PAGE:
We are living in a future where the original, the physical, and the political are increasingly eclipsed, replaced by virtual, mediated realities in which things are copied and re-copied in an endless distorting chain.


…music has – indeed, music arguably is – the capacity to create a set of common affects, enabling otherwise disparate bodies to resonate in harmony, with political consequences that can be either progressive or reactionary depending on circumstances.

[The] combination of intimacy and artificiality is one of the things that makes singing compelling and more than a little eerie: The singer squeezes breath from the moist, abject depths of their physical interior to create sound-shapes that seem transcendent and immaterial. Singing is self-overcoming, pushing against the limits of the body, forcing air into friction with the throat, tongue, and lips in exquisitely controlled and contrived ways.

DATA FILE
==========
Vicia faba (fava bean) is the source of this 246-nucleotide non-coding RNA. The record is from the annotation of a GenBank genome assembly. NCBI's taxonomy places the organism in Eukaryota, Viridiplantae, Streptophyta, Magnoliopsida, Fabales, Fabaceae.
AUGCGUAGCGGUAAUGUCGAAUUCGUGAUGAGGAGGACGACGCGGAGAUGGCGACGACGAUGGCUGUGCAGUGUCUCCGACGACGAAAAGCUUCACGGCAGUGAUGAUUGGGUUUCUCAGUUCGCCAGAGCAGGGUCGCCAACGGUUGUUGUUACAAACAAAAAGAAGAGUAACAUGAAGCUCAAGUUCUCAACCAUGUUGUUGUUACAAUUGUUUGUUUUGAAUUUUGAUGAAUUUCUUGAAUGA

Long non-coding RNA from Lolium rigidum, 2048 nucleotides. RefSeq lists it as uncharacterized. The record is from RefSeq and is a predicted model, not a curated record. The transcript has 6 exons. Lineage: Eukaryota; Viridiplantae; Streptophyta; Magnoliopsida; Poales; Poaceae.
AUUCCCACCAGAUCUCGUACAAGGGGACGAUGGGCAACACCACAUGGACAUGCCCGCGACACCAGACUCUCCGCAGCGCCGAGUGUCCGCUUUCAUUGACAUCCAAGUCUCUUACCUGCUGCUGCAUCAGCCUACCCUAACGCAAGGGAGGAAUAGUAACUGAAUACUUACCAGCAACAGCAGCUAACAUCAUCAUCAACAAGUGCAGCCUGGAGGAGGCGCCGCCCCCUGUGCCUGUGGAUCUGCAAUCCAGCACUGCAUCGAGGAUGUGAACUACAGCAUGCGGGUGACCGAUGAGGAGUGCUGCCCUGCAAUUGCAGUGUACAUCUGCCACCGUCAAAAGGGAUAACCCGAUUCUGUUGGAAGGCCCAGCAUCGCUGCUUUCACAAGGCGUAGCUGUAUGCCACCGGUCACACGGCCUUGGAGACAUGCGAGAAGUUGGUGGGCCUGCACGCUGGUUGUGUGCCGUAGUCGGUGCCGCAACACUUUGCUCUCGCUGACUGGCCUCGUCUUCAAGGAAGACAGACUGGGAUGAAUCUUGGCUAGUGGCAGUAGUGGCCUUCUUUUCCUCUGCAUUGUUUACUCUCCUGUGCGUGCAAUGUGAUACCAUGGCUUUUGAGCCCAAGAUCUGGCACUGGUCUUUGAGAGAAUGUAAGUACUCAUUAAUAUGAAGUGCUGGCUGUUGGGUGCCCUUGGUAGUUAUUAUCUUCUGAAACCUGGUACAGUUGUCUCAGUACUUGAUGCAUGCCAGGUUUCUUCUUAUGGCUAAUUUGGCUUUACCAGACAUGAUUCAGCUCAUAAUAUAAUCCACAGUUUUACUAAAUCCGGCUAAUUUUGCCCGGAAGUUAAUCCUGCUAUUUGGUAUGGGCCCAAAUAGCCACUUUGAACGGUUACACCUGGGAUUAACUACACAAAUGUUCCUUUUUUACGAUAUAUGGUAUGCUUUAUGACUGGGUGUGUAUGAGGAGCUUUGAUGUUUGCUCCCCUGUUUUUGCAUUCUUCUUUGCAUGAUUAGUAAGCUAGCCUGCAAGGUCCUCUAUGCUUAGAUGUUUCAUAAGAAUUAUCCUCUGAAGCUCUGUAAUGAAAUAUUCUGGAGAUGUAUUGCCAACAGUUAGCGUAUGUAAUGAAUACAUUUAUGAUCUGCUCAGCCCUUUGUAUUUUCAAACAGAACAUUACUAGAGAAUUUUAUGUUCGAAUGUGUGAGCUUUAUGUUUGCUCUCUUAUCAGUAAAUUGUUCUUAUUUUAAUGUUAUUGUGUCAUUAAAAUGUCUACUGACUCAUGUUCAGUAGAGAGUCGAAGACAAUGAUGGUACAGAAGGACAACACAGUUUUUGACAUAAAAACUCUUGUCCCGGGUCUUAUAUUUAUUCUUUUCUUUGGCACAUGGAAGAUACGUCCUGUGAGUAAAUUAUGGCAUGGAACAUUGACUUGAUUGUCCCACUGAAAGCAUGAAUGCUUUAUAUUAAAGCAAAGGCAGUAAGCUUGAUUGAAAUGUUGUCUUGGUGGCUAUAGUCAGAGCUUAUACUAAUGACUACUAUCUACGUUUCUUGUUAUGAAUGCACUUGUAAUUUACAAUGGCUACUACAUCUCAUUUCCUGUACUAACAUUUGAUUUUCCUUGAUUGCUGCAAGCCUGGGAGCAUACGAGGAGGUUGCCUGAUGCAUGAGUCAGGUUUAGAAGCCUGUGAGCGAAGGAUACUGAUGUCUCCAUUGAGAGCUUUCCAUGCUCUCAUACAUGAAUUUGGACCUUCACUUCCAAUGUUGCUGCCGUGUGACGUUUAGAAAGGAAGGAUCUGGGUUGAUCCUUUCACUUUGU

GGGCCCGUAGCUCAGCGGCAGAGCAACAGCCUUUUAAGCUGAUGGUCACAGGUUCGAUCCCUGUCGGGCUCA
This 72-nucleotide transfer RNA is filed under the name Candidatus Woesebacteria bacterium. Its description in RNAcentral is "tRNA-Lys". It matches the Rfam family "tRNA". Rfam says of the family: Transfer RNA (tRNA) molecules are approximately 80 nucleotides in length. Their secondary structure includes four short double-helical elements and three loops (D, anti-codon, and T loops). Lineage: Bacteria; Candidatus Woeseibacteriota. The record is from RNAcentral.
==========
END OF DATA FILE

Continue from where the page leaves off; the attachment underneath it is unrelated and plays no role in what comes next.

We are talking about characteristic elements of impulse, restraint, and tone; specifically affective elements of consciousness and relationships: not feeling against thought, but thought as felt and feeling as thought: practical consciousness of a present kind, in a living and interrelation continuity.

…the making of art is never itself in the past tense. It is always a formative process, within a specific present.

If the social is always past, in the sense that it is always formed, we have indeed to find other terms for the undeniable experience of the present: not only the temporal present, the realization of this and this instant, but the specificity of present being, the inalienably physical, within which we may indeed discern and acknowledge institutions, formation, positions, but not always as fixed products, defining products.

There is always a gap between affect and representation. But representations have their own affects.

Sound, Music, Affect: Theorizing Sonic Experience

In presenting forms of feeling music is not articulating any particular affective state so much that it is an event by which one may get a sense of how the world could be felt in its qualitative-relational order.

Sound, Music, Affect: Theorizing Sonic Experience